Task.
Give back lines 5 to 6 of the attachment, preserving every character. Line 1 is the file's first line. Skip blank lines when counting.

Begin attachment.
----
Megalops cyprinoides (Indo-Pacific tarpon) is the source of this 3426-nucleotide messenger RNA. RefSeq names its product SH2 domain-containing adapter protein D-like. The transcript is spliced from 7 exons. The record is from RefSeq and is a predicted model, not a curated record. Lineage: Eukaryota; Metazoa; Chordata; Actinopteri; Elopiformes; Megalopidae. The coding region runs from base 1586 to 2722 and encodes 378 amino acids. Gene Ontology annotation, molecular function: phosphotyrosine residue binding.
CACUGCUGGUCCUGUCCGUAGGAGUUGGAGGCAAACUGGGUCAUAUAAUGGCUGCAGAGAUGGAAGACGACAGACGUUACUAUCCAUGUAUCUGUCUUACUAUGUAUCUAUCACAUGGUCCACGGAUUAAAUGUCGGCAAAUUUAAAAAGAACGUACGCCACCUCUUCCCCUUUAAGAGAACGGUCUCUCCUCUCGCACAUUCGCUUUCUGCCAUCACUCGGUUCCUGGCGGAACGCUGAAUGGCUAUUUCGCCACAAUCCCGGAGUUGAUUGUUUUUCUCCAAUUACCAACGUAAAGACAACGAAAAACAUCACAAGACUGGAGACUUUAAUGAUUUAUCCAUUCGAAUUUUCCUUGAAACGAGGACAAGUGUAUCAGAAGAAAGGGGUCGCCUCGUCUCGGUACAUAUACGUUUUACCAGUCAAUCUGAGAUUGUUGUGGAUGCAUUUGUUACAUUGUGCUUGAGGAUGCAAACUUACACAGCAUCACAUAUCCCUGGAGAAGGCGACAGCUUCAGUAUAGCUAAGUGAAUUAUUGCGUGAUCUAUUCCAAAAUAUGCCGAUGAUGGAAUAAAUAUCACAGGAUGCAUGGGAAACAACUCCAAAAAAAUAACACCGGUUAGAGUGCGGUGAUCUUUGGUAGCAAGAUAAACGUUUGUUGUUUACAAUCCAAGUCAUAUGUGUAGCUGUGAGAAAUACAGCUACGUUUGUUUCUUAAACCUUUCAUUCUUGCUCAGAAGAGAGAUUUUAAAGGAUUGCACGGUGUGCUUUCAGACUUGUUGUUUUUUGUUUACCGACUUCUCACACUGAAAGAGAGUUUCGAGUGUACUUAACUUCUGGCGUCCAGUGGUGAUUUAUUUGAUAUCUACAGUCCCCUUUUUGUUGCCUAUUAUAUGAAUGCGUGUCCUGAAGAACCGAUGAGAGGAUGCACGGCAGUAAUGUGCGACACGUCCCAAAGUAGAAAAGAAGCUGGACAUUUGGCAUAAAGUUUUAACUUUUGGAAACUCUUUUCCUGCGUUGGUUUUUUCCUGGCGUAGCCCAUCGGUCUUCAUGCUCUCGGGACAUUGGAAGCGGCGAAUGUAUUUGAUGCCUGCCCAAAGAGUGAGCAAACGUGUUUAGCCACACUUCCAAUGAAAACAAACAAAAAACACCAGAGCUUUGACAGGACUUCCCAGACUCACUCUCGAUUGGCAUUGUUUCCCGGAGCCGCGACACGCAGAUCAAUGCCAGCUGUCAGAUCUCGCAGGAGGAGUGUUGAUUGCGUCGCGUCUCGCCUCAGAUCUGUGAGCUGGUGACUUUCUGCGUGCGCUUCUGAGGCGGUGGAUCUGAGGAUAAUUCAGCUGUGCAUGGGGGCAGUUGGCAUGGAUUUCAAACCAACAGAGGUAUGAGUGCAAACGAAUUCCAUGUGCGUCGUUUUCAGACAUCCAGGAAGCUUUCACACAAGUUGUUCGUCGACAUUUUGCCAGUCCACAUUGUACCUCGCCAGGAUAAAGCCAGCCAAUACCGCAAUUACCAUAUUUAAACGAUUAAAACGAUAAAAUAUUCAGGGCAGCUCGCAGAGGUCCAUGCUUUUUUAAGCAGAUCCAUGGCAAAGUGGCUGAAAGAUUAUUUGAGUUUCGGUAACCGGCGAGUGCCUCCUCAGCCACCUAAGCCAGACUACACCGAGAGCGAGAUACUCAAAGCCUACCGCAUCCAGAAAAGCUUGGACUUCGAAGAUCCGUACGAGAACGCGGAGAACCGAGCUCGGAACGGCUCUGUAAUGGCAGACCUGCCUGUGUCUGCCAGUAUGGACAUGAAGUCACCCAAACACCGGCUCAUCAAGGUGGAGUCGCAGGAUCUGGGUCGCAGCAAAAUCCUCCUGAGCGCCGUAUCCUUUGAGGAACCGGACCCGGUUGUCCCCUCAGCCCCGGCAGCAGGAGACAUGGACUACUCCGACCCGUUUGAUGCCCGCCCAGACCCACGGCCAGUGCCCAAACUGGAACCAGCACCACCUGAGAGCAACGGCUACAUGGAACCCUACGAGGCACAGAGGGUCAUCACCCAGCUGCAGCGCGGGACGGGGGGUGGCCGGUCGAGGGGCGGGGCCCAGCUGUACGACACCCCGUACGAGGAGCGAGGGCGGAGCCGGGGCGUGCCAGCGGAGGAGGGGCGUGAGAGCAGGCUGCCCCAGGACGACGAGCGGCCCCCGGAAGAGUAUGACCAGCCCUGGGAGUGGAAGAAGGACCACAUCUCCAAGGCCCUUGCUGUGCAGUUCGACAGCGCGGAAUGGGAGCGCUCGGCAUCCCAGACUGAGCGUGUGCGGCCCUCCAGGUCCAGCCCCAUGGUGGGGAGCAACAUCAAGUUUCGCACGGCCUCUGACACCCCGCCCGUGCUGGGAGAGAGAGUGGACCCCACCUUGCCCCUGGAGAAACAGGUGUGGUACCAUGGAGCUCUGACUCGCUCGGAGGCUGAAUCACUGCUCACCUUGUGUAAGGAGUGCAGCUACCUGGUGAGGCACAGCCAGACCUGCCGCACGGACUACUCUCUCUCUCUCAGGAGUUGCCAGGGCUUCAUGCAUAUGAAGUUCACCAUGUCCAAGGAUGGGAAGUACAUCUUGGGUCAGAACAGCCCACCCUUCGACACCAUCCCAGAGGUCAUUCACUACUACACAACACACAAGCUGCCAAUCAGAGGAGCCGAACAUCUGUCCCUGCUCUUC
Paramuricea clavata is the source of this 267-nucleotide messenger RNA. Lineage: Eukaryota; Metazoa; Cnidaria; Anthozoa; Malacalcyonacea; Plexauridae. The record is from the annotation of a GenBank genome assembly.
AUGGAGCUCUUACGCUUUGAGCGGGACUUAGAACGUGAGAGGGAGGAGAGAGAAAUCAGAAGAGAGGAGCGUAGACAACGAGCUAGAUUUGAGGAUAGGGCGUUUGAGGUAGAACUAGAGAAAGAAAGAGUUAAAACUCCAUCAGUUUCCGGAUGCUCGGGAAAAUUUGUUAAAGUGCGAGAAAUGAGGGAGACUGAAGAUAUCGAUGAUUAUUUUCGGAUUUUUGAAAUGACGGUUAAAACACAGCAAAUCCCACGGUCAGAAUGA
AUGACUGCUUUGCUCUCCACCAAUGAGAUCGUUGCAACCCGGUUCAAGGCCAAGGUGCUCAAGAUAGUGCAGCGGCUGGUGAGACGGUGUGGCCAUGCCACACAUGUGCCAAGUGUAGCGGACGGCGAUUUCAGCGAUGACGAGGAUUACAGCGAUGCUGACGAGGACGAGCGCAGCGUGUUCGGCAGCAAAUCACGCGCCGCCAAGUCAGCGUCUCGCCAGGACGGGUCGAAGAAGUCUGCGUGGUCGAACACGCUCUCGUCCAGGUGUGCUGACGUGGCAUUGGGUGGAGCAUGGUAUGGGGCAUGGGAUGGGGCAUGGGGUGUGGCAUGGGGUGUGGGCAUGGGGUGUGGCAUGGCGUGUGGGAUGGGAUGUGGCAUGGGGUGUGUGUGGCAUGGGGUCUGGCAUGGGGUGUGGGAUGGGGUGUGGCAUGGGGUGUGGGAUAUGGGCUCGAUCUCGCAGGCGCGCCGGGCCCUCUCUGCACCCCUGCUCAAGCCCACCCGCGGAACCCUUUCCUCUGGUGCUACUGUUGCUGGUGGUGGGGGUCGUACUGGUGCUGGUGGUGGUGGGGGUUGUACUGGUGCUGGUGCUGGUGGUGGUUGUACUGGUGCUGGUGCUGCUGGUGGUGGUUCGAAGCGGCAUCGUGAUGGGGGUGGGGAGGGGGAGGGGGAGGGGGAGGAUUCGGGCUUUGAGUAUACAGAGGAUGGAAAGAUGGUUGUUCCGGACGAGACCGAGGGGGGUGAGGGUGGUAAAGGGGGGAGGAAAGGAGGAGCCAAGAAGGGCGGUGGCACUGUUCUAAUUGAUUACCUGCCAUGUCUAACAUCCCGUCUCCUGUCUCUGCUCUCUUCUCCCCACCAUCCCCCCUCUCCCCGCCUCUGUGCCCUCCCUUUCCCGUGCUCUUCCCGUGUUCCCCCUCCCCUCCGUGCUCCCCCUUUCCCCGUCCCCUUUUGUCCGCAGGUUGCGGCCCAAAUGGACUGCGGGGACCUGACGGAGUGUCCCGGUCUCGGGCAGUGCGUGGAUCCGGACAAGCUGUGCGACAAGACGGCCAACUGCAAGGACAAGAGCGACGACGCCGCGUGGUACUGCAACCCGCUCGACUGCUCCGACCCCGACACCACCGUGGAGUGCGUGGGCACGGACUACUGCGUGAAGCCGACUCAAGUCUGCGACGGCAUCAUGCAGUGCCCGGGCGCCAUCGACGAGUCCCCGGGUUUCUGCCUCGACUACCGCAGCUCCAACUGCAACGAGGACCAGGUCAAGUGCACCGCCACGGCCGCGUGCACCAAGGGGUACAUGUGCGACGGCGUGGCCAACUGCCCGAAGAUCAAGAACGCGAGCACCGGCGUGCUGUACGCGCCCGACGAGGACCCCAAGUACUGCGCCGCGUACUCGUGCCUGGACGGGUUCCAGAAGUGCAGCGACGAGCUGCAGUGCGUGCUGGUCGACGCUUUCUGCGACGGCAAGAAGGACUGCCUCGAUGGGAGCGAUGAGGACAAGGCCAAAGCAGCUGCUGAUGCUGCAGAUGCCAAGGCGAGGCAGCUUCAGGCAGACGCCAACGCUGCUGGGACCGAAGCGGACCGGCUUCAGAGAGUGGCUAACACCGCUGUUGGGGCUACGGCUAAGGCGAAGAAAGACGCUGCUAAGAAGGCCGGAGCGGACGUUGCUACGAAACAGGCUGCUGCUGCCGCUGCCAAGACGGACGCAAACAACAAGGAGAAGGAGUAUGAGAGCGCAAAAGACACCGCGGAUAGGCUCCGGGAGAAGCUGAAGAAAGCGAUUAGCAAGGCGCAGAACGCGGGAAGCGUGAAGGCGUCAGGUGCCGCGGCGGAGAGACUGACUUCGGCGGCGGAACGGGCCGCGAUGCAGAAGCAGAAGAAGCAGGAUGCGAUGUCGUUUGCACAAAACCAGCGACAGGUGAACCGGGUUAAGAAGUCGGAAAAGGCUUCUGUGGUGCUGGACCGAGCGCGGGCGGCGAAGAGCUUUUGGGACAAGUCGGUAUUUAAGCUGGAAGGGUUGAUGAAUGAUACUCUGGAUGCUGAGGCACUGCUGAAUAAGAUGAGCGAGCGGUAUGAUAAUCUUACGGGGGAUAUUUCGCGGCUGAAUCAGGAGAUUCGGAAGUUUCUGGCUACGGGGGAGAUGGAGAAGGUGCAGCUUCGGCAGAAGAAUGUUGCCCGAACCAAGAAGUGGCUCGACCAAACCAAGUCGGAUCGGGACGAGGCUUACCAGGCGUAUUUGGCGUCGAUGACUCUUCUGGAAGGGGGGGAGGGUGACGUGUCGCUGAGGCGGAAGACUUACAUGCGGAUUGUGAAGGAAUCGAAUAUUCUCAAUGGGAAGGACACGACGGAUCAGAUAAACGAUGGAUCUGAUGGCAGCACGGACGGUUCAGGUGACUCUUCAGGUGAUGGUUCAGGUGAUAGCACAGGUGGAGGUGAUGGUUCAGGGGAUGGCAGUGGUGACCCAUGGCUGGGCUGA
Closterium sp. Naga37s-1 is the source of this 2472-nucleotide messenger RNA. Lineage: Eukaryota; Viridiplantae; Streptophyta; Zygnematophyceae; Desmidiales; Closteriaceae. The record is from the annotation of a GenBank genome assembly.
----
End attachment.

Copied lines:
AUGACUGCUUUGCUCUCCACCAAUGAGAUCGUUGCAACCCGGUUCAAGGCCAAGGUGCUCAAGAUAGUGCAGCGGCUGGUGAGACGGUGUGGCCAUGCCACACAUGUGCCAAGUGUAGCGGACGGCGAUUUCAGCGAUGACGAGGAUUACAGCGAUGCUGACGAGGACGAGCGCAGCGUGUUCGGCAGCAAAUCACGCGCCGCCAAGUCAGCGUCUCGCCAGGACGGGUCGAAGAAGUCUGCGUGGUCGAACACGCUCUCGUCCAGGUGUGCUGACGUGGCAUUGGGUGGAGCAUGGUAUGGGGCAUGGGAUGGGGCAUGGGGUGUGGCAUGGGGUGUGGGCAUGGGGUGUGGCAUGGCGUGUGGGAUGGGAUGUGGCAUGGGGUGUGUGUGGCAUGGGGUCUGGCAUGGGGUGUGGGAUGGGGUGUGGCAUGGGGUGUGGGAUAUGGGCUCGAUCUCGCAGGCGCGCCGGGCCCUCUCUGCACCCCUGCUCAAGCCCACCCGCGGAACCCUUUCCUCUGGUGCUACUGUUGCUGGUGGUGGGGGUCGUACUGGUGCUGGUGGUGGUGGGGGUUGUACUGGUGCUGGUGCUGGUGGUGGUUGUACUGGUGCUGGUGCUGCUGGUGGUGGUUCGAAGCGGCAUCGUGAUGGGGGUGGGGAGGGGGAGGGGGAGGGGGAGGAUUCGGGCUUUGAGUAUACAGAGGAUGGAAAGAUGGUUGUUCCGGACGAGACCGAGGGGGGUGAGGGUGGUAAAGGGGGGAGGAAAGGAGGAGCCAAGAAGGGCGGUGGCACUGUUCUAAUUGAUUACCUGCCAUGUCUAACAUCCCGUCUCCUGUCUCUGCUCUCUUCUCCCCACCAUCCCCCCUCUCCCCGCCUCUGUGCCCUCCCUUUCCCGUGCUCUUCCCGUGUUCCCCCUCCCCUCCGUGCUCCCCCUUUCCCCGUCCCCUUUUGUCCGCAGGUUGCGGCCCAAAUGGACUGCGGGGACCUGACGGAGUGUCCCGGUCUCGGGCAGUGCGUGGAUCCGGACAAGCUGUGCGACAAGACGGCCAACUGCAAGGACAAGAGCGACGACGCCGCGUGGUACUGCAACCCGCUCGACUGCUCCGACCCCGACACCACCGUGGAGUGCGUGGGCACGGACUACUGCGUGAAGCCGACUCAAGUCUGCGACGGCAUCAUGCAGUGCCCGGGCGCCAUCGACGAGUCCCCGGGUUUCUGCCUCGACUACCGCAGCUCCAACUGCAACGAGGACCAGGUCAAGUGCACCGCCACGGCCGCGUGCACCAAGGGGUACAUGUGCGACGGCGUGGCCAACUGCCCGAAGAUCAAGAACGCGAGCACCGGCGUGCUGUACGCGCCCGACGAGGACCCCAAGUACUGCGCCGCGUACUCGUGCCUGGACGGGUUCCAGAAGUGCAGCGACGAGCUGCAGUGCGUGCUGGUCGACGCUUUCUGCGACGGCAAGAAGGACUGCCUCGAUGGGAGCGAUGAGGACAAGGCCAAAGCAGCUGCUGAUGCUGCAGAUGCCAAGGCGAGGCAGCUUCAGGCAGACGCCAACGCUGCUGGGACCGAAGCGGACCGGCUUCAGAGAGUGGCUAACACCGCUGUUGGGGCUACGGCUAAGGCGAAGAAAGACGCUGCUAAGAAGGCCGGAGCGGACGUUGCUACGAAACAGGCUGCUGCUGCCGCUGCCAAGACGGACGCAAACAACAAGGAGAAGGAGUAUGAGAGCGCAAAAGACACCGCGGAUAGGCUCCGGGAGAAGCUGAAGAAAGCGAUUAGCAAGGCGCAGAACGCGGGAAGCGUGAAGGCGUCAGGUGCCGCGGCGGAGAGACUGACUUCGGCGGCGGAACGGGCCGCGAUGCAGAAGCAGAAGAAGCAGGAUGCGAUGUCGUUUGCACAAAACCAGCGACAGGUGAACCGGGUUAAGAAGUCGGAAAAGGCUUCUGUGGUGCUGGACCGAGCGCGGGCGGCGAAGAGCUUUUGGGACAAGUCGGUAUUUAAGCUGGAAGGGUUGAUGAAUGAUACUCUGGAUGCUGAGGCACUGCUGAAUAAGAUGAGCGAGCGGUAUGAUAAUCUUACGGGGGAUAUUUCGCGGCUGAAUCAGGAGAUUCGGAAGUUUCUGGCUACGGGGGAGAUGGAGAAGGUGCAGCUUCGGCAGAAGAAUGUUGCCCGAACCAAGAAGUGGCUCGACCAAACCAAGUCGGAUCGGGACGAGGCUUACCAGGCGUAUUUGGCGUCGAUGACUCUUCUGGAAGGGGGGGAGGGUGACGUGUCGCUGAGGCGGAAGACUUACAUGCGGAUUGUGAAGGAAUCGAAUAUUCUCAAUGGGAAGGACACGACGGAUCAGAUAAACGAUGGAUCUGAUGGCAGCACGGACGGUUCAGGUGACUCUUCAGGUGAUGGUUCAGGUGAUAGCACAGGUGGAGGUGAUGGUUCAGGGGAUGGCAGUGGUGACCCAUGGCUGGGCUGA
Closterium sp. Naga37s-1 is the source of this 2472-nucleotide messenger RNA. Lineage: Eukaryota; Viridiplantae; Streptophyta; Zygnematophyceae; Desmidiales; Closteriaceae. The record is from the annotation of a GenBank genome assembly.